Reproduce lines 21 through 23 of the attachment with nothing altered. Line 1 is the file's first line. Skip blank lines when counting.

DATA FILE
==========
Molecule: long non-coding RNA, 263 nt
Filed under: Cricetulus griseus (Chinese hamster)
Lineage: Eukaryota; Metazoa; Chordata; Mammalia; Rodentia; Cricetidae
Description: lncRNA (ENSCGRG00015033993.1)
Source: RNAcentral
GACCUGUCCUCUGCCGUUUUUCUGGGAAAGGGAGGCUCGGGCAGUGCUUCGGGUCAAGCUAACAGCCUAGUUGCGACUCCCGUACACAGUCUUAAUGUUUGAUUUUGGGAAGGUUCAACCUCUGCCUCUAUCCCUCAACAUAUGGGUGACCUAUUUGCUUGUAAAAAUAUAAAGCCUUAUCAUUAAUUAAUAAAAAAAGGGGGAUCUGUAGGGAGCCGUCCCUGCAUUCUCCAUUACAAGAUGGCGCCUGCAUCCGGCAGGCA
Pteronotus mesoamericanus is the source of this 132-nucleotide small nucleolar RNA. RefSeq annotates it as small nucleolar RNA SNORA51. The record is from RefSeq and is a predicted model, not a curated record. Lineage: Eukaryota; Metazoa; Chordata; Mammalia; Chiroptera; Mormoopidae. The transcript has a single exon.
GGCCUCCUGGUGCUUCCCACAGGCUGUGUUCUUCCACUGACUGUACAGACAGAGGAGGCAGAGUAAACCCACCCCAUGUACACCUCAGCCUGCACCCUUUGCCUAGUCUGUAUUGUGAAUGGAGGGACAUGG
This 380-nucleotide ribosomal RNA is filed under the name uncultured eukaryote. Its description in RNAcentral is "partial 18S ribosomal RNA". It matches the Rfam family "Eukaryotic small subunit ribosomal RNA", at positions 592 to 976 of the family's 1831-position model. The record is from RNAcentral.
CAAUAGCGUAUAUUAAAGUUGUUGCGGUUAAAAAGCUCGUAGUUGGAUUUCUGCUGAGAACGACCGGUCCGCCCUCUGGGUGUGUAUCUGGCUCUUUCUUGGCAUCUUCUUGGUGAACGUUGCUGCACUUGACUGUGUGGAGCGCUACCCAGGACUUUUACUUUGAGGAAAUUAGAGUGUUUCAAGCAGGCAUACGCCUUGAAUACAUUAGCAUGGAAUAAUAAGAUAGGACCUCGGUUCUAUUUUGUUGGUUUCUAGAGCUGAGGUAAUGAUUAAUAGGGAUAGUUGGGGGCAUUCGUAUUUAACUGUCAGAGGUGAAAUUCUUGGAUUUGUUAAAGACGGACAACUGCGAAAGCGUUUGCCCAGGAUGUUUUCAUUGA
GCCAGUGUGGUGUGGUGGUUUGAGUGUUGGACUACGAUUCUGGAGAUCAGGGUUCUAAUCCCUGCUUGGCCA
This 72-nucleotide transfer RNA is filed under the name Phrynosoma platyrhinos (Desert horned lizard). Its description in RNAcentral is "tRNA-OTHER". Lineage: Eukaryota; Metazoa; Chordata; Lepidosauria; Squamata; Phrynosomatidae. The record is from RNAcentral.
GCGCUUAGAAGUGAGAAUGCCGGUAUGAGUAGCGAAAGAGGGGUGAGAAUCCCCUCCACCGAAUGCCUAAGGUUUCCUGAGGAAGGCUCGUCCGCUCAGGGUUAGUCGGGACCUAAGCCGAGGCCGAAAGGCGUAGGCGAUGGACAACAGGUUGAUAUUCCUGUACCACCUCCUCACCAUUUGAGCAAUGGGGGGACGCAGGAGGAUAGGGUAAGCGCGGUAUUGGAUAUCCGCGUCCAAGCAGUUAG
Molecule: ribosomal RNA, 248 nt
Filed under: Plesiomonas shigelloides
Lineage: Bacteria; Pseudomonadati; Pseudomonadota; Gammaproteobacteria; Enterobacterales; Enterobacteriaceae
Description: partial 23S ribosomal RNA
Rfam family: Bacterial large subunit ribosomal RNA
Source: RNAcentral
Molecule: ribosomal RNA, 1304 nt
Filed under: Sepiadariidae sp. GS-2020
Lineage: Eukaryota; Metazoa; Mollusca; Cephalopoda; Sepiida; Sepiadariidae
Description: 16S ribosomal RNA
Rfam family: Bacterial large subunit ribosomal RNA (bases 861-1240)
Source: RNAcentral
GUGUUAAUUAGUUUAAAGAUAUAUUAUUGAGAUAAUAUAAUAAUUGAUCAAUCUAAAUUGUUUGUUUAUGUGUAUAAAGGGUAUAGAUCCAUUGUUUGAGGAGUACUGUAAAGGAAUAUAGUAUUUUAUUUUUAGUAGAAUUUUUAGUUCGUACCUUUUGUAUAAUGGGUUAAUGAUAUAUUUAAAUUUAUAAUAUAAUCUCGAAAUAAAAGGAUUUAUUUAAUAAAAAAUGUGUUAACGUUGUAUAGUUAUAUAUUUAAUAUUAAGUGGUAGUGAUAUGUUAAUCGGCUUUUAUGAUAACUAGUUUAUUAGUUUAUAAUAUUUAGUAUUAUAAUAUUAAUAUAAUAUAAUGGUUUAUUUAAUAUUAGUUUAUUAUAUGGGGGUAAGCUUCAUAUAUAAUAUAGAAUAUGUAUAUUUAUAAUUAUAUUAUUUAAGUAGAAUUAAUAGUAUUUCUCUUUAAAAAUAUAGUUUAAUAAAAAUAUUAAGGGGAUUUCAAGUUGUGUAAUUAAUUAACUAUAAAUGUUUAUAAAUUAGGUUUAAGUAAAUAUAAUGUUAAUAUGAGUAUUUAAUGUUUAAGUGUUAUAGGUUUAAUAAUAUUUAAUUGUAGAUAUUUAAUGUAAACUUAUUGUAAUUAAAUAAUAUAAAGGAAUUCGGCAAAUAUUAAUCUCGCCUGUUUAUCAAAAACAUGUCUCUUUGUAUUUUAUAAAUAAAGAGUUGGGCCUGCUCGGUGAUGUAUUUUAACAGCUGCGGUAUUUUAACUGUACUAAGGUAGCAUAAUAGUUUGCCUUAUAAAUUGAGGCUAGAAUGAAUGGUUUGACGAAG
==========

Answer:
Filed under: Sepiadariidae sp. GS-2020
Lineage: Eukaryota; Metazoa; Mollusca; Cephalopoda; Sepiida; Sepiadariidae
Description: 16S ribosomal RNA